Showing posts with label Natacha. Show all posts
Showing posts with label Natacha. Show all posts

Sunday, September 4, 2011

Figs in my yard

My friend Tineke Bot has often claimed that she can distinguish spontaneously and effortlessly dozens of different shades of green. Here in Choranche, this kind of chromatic sensibility is an asset. Without it, an observer would have the impression of looking out on a world that is homogeneously green. In the case of the following photo, for example, I've played around with Photoshop settings in an attempt (not particularly successful) to get the leaves of the fig tree to stand out as much as possible against the background.

[Click to enlarge]

For the first time ever, the tree is covered in figs, and they're truly delicious. This is the tree given to me by my Provençal friends Natacha and Alain. Two years ago, in my blog post entitled Great fig tree, but low yield [display], I said jokingly that the annual yield of the young tree had been one edible fig. Clearly, since then, it has evolved exponentially. They're small dark spheres, firm and sweet: the variety of figs used to produce tarts and cakes.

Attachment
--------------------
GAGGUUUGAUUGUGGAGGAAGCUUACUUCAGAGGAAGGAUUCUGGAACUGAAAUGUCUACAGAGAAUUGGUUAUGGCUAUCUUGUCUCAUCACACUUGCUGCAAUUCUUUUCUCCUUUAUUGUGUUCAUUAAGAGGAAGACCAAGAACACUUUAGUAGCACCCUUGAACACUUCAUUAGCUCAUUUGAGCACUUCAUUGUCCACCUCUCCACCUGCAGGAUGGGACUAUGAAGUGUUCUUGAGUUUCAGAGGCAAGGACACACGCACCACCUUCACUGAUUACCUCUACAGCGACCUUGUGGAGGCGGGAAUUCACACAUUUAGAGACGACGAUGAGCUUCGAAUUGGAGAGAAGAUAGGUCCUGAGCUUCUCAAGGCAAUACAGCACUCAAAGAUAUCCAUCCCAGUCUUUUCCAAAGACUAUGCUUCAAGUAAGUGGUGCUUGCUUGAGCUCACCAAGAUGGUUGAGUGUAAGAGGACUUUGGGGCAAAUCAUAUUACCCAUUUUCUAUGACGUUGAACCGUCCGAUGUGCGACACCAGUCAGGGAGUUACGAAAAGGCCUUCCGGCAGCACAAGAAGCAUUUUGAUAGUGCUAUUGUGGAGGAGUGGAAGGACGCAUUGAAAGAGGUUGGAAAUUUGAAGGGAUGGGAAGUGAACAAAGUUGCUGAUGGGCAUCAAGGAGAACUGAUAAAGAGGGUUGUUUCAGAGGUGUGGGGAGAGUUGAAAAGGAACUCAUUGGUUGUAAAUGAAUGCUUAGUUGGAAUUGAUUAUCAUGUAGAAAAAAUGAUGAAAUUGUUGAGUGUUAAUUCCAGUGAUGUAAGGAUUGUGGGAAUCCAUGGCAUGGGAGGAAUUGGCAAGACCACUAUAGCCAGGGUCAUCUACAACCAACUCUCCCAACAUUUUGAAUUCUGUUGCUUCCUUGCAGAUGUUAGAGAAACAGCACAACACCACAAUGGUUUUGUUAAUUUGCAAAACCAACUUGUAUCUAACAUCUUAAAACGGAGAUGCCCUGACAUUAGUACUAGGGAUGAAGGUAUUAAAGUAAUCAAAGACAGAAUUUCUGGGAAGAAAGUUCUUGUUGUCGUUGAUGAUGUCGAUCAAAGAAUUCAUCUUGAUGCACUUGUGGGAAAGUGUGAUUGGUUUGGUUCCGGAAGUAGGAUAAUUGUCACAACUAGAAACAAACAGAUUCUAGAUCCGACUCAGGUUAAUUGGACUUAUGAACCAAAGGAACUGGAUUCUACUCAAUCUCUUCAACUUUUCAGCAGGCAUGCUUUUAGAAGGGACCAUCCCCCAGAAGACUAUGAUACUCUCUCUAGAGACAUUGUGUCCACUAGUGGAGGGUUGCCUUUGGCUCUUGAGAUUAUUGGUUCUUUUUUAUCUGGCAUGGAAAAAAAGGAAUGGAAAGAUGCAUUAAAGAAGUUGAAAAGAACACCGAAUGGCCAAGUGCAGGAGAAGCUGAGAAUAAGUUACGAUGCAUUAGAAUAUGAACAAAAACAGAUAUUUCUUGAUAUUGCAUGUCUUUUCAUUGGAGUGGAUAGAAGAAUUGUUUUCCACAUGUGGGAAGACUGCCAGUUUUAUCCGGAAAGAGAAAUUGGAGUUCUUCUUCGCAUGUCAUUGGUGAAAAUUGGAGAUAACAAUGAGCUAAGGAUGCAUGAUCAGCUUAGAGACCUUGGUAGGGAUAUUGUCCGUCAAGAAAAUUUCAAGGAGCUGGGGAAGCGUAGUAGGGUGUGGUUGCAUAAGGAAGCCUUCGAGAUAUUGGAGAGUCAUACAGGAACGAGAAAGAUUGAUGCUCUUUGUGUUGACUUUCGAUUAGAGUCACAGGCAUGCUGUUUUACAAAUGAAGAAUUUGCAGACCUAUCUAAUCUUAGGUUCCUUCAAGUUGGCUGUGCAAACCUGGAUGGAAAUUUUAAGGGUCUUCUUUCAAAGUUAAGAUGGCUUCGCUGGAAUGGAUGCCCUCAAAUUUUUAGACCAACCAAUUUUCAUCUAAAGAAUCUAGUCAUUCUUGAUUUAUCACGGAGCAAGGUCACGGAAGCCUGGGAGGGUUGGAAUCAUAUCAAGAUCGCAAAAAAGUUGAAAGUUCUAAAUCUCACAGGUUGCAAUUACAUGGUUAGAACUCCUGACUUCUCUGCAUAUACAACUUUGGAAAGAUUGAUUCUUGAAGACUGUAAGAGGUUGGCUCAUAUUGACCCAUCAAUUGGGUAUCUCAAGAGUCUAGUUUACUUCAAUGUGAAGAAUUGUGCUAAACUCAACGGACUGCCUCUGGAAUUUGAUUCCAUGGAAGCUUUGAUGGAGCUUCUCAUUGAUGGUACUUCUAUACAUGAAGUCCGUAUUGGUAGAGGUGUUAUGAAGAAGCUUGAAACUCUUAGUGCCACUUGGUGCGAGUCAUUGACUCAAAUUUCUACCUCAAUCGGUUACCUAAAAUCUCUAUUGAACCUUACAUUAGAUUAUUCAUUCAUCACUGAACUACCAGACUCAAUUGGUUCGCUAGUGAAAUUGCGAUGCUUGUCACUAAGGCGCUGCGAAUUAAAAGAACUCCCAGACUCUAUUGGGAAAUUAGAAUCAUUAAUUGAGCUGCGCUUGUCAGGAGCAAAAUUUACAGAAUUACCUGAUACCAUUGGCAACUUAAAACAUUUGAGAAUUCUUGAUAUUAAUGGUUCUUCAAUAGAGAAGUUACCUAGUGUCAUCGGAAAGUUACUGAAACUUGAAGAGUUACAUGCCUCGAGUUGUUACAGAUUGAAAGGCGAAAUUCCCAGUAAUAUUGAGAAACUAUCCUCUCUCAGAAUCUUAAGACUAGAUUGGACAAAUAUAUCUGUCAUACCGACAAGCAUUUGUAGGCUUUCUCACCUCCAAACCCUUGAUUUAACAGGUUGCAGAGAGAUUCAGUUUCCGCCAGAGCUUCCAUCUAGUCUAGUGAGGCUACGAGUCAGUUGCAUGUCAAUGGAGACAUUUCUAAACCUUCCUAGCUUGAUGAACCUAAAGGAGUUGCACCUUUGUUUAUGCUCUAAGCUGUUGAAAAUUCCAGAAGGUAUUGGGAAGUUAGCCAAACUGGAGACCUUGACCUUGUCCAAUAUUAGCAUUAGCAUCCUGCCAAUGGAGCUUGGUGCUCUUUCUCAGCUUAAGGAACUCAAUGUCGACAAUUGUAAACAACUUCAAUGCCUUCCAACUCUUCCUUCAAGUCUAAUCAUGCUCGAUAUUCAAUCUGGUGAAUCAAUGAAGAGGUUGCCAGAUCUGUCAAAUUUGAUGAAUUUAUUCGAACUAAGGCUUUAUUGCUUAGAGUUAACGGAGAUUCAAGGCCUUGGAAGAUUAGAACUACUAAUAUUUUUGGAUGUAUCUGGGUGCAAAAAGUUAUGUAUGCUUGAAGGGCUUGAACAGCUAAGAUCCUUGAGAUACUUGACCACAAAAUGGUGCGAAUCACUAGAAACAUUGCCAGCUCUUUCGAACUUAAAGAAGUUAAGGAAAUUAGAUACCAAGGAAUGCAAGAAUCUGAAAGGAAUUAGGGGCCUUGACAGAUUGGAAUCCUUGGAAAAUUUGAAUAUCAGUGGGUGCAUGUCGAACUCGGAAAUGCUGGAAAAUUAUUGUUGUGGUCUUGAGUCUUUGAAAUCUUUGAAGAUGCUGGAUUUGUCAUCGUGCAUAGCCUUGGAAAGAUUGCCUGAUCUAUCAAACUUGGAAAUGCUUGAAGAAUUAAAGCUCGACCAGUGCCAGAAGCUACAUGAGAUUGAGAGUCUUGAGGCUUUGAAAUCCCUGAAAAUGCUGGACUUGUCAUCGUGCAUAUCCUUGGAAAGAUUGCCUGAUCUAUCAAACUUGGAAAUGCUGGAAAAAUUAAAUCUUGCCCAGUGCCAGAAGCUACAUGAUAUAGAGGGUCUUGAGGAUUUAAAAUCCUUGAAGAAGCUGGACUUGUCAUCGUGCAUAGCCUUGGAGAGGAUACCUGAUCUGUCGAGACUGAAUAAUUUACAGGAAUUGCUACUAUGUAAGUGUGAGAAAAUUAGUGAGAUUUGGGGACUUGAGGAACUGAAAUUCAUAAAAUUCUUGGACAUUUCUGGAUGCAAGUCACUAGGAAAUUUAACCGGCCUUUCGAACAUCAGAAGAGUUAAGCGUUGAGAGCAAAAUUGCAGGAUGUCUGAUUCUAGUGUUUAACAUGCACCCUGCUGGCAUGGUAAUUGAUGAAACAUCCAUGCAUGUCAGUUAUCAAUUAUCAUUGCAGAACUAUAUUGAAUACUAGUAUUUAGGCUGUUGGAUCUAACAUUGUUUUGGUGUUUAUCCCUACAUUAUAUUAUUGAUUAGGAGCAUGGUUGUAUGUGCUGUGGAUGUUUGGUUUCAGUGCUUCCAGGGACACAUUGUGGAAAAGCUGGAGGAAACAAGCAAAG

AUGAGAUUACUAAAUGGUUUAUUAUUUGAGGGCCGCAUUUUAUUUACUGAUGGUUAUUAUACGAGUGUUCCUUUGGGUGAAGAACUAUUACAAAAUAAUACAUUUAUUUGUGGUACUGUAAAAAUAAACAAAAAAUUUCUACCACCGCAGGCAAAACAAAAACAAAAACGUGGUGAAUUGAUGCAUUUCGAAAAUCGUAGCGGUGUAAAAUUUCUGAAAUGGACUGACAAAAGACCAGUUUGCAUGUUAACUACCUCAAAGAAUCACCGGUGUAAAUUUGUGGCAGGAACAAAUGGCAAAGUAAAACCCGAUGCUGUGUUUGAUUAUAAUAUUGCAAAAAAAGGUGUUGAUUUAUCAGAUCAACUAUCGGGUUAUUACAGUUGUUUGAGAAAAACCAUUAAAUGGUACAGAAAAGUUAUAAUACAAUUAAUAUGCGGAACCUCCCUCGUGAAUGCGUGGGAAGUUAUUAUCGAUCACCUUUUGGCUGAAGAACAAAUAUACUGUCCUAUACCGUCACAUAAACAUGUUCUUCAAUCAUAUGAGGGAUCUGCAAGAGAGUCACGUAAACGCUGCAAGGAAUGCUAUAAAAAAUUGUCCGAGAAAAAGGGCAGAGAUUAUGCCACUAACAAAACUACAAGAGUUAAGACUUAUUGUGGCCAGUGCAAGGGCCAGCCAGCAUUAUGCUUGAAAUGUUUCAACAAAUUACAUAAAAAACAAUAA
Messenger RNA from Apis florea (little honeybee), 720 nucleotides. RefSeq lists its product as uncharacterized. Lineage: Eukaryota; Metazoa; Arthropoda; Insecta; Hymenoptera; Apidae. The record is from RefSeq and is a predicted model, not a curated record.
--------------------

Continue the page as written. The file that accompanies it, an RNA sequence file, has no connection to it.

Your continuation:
I take this opportunity of including a link back to my blog post entitled Fabulous fig story [display], in which I referred to fascinating biological information from Richard Dawkins concerning the fig tree.

Monday, May 19, 2008

Visit of my friends from Provence

This weekend, Natacha and Alain came to see me, with a pile of gifts.


These included a Corsican pocket knife and its black leather pouch, an exquisite olive-wood container for salt, a packet of exotic vanilla-flavored tea from Mauritius, a splendid album of aerial photos of Provence and, last but not least, an Ikea lounge chair for watching TV, guaranteed to send me to sleep more rapidly than usual.







Soon after the arrival of Natacha and Alain at Gamone on Saturday morning, where it was raining, we set off for Villard-de-Lans, where they invited me for lunch in an excellent little restaurant. On the return trip, the rain had stopped, but the slopes were shrouded in clouds.

On Saturday evening, we watched a TV variety show that was broadcast live from one of the most magnificent places, not only in Provence, but in the world: Avignon.

All in all, it was a delightful but brief visit, barely a day and a night (since my friends lead professional lives in Marseille, with little spare time). I'm awaiting an Internet delivery of photos of our short weekend together taken by Natacha and Alain.

Wednesday, September 26, 2007

Rugby craze

In France, even cats are following the Rugby World Cup on TV.

This young rugby fan, named Lulu, is a new member of the household of my Mediterranean friends Natacha and Alain. They noticed that the cat seemed to be watching TV out of the corner of its eye, as it were. When they installed Lulu's scratching pedestal in front of the TV set, Natacha told me they were astonished to discover that the cat apparently follows the movements of the rugby action on the screen, for long periods of time. What I don't know yet is whether Lulu is betting on the Blacks or the Wallabies... or maybe even France.